Top 20 loan defaulters named in parliament

The number of defaulters in the banks and financial institutions was 786,065 as of November 2022

Published : 24 Jan 2023, 05:06 PM
Updated : 24 Jan 2023, 05:06 PM

Finance Minister AHM Mustafa Kamal has revealed the names of top 20 loan defaulters, whose dues total around Tk 165.9 billion against loans worth over Tk 192.83 billion.

Citing data from the Credit Information Bureau, the finance minister said in parliament on Tuesday the number of defaulters in the banks and financial institutions was 786,065 as of November 2022.

The top of them and the amounts of their default loan are:

CLC Power Company Limited: Tk 16.4 billion

Western Marine Shipyard: Tk 15.29 billion

Rimex Footwear: Tk 10.77 billion

Rising Steel Company: Tk 9.9 billion

Mohammad Elias Brothers: Tk 9.65 billion

Rupali Composite Leatherwear: Tk 8.73 billion

Crescent Leathers Product: Tk 8.55 billion

Quantum Power Systems: Tk 8.11 billion

Saad Musa Fabrics: Tk 7.76 billion

BR Spinning Mills: Tk 7.21 billion

SA Oil Refinery: Tk 7.03 billion

Maisha Property Development: Tk 6.63 billion

Radium Composite Textile: Tk 6.6 billion

Samannaz Super Oil: Tk 6.51 billion

Manha Precast Technology: Tk 6.47 billion

Ashiyan Education: Tk 6.35 billion

SM Steel Re Rolling Mills: Tk 6.3 billion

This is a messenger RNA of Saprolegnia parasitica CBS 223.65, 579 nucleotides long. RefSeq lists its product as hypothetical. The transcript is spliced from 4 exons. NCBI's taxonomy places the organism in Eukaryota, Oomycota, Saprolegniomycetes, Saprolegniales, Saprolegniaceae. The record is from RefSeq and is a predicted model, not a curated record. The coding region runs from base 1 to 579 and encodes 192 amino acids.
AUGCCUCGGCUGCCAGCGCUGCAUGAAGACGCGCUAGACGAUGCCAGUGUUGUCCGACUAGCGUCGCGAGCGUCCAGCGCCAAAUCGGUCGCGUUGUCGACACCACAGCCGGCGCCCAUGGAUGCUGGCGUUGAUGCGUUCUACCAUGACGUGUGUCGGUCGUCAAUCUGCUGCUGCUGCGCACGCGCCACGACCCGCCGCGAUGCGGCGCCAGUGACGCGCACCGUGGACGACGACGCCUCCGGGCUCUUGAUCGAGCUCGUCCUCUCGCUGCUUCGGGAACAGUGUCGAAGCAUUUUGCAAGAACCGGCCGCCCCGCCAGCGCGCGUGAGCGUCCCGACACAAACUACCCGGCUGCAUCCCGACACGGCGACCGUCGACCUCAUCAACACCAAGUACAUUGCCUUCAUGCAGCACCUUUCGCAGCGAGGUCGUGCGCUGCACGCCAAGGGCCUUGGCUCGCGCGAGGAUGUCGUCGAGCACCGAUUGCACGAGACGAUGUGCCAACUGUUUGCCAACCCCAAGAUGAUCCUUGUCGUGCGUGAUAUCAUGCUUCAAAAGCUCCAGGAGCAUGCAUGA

Appollo Ispat Complex: Tk 6.23 billion

Ehsan Steel Re-rolling: Tk 5.9 billion

Siddiqui Traders: Tk 5.41 billion

The government has approved a number of facilities and waivers for the borrowers due to the global crisis amid the coronavirus pandemic and the Russia-Ukraine war, but the measures have failed to play a significant role in reining in default loans.

The loans defaulted on in the banks have kept rising, with nearly Tk 91.4 billion added in the first quarter of 2022-23.

The default loans stood at Tk 1.34 trillion at the end of September – 9.36 percent of the total outstanding loans disbursed by the banks, or Tk 14.36 trillion. The non-performing loans were 8.96 percent of the total outstanding loans at the end of June.

As the banks are allowed to write off more default loans than before now, analysts believe the actual total is much higher than what the central bank reports.

Toufique Imrose Khalidi
Editor-in-Chief and Publisher